Conservative Iowa Voters Favor Trump

By Gloria Coleman

The election is still happening, with many people opting to vote with mail-in ballots because of COVID-19 and personal preferences.

Among viewers of NBC News in the early stages of the evening, when the electoral votes were Biden with 131 and Trump with 98, there was a lot of excitement. From the Trump supporters, there was a great deal of tension, while from the Biden supporters there was huge excitement but also tension. At 9:40 p.m. CT, Iowa itself was 57.7 percent to Biden while only 40.7 percent to Trump, according to The Associated Press’s live stream of the Presidential Results. Due to the recent projection of Trump taking Iowa, this was a surprise to some people.

Iowa has a big Trump-devoted base, but this is still not conclusive for who will be voted in by their electoral vote. The reason for this, according to the New York Times, is because to most of the voters there, “Mr. Biden is seen as someone who wants to govern; Mr. Trump is seen as someone who wants to perform.”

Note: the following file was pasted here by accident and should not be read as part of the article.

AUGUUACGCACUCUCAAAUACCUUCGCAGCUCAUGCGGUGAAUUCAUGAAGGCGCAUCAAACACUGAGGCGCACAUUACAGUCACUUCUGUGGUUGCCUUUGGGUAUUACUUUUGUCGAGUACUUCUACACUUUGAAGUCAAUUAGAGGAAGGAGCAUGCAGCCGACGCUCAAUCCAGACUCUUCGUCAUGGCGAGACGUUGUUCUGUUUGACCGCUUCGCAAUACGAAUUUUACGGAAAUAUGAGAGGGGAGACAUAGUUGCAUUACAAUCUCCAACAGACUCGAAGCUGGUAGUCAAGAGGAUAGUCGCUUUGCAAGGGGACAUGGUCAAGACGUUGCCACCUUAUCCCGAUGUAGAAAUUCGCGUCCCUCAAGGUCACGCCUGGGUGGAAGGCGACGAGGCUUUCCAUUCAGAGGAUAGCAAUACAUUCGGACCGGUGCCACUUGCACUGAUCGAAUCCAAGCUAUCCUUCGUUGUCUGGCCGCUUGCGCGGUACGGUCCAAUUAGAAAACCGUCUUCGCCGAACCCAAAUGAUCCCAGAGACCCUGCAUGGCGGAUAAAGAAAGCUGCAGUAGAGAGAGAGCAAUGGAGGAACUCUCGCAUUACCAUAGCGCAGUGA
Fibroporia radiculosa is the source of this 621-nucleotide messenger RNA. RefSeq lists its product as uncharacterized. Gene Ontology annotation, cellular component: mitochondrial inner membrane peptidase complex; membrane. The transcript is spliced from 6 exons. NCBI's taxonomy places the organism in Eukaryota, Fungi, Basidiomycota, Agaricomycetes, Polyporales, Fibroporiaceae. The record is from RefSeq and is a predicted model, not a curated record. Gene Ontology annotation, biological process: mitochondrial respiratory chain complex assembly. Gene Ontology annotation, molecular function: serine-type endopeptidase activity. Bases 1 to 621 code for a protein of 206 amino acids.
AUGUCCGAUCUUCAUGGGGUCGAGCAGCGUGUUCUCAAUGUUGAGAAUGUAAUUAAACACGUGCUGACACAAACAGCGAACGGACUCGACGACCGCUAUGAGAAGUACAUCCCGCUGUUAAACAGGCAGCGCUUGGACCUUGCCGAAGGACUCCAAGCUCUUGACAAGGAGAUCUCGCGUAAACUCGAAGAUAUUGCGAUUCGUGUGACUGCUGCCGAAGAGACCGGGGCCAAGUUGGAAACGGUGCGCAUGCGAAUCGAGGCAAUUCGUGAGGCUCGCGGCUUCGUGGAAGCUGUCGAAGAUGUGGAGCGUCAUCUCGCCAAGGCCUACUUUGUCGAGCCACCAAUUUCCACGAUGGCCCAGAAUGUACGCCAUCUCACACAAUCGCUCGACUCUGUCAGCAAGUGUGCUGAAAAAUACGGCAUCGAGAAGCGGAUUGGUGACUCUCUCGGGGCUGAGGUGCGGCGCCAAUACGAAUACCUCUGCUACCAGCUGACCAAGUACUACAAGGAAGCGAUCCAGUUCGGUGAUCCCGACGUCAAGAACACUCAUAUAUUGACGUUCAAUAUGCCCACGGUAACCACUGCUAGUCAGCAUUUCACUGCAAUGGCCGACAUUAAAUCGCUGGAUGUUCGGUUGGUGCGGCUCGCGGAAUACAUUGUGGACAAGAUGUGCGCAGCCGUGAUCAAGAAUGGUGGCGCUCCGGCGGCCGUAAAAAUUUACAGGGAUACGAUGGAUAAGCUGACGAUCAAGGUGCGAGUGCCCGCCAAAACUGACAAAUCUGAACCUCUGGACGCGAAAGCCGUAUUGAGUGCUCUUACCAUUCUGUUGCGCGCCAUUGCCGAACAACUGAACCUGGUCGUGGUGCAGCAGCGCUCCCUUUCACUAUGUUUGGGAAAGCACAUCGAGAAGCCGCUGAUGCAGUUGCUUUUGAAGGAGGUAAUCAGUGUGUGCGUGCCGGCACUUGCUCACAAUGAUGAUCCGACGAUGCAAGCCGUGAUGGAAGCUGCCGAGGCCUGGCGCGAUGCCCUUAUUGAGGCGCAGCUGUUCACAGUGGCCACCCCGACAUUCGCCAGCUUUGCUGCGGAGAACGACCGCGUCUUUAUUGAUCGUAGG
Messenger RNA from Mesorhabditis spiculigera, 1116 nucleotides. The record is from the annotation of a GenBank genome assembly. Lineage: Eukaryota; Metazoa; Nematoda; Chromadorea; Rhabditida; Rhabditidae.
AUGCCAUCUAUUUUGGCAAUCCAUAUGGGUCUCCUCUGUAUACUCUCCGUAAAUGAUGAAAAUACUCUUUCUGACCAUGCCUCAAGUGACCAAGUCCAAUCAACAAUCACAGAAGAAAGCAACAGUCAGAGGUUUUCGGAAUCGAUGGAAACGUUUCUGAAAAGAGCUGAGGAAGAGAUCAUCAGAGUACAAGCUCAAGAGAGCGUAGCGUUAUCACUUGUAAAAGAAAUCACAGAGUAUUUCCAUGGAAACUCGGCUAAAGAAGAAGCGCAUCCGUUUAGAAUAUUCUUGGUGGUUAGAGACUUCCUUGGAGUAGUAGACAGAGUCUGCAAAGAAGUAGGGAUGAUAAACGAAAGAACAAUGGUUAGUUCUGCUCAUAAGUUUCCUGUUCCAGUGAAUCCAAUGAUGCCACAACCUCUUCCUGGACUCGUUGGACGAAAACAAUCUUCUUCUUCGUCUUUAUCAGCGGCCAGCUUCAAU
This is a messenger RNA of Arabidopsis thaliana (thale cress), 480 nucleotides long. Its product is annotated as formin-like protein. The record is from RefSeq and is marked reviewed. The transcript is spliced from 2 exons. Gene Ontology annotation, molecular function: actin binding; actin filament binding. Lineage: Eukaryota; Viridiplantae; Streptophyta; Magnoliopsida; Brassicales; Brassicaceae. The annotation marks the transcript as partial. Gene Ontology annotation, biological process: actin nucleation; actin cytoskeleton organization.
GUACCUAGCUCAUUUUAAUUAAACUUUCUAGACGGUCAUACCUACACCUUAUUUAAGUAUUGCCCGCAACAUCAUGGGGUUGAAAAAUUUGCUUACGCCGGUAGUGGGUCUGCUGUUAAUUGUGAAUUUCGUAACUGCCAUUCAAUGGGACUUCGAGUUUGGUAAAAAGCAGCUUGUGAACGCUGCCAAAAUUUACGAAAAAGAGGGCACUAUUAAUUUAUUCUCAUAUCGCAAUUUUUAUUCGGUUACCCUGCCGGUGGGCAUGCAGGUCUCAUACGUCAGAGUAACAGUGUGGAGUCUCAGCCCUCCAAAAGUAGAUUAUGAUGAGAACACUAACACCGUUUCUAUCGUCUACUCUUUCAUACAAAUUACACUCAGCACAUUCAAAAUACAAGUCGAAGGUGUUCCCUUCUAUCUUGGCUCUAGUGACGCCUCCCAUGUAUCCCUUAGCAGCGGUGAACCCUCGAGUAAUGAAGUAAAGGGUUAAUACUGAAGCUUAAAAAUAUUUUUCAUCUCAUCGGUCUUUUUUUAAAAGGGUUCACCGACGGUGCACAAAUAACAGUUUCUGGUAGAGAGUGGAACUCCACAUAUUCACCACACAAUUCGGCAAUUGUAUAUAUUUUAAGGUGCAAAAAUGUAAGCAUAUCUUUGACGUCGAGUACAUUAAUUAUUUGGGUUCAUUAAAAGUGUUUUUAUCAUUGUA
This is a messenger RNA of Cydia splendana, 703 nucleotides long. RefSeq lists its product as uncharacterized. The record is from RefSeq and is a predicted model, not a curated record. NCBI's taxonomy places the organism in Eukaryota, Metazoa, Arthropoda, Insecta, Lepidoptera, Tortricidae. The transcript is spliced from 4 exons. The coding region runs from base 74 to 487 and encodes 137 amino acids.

At 10:35 pm CT the Associated Press showed that Trump was ahead in Iowa, with 50.3 percent of the state heading to him and 48 percent to Biden. This was a little expected, considering that Iowa is mostly a conservative state. In the 2016 election, Trump won the state with 51.1 percent over Hillary Clinton, who had a vote of 41.7 percent. Because of this, many people also think that Iowa will be one of the states to vote for Trump again in this 2020 election.

The race for Iowa was called by The Associated Press at 5.43 AM ET, with 92 percent of the reported votes in. Trump won this state by 52.7 percent, followed by Biden trailing with a 45.4 percent vote. This was one of the major swing states, according to the New York Times–one of the states that people needed to keep an eye on and could help sway the election one way or another; but obviously, it was not as important as Pennsylvania or Georgia, for which the results are still being awaited.

Iowa is generally purple, which means in 2 of the 4 elections, they vote Democrat, but in the other elections, they vote Republican. Florida and Ohio are also in this category based on the past four elections, the 2004-2016 presidential elections.

With Iowa being already announced, now the people are waiting on the vote-counting in the few swing states that are left, then the new president will finally be announced, and the mayhem will continue.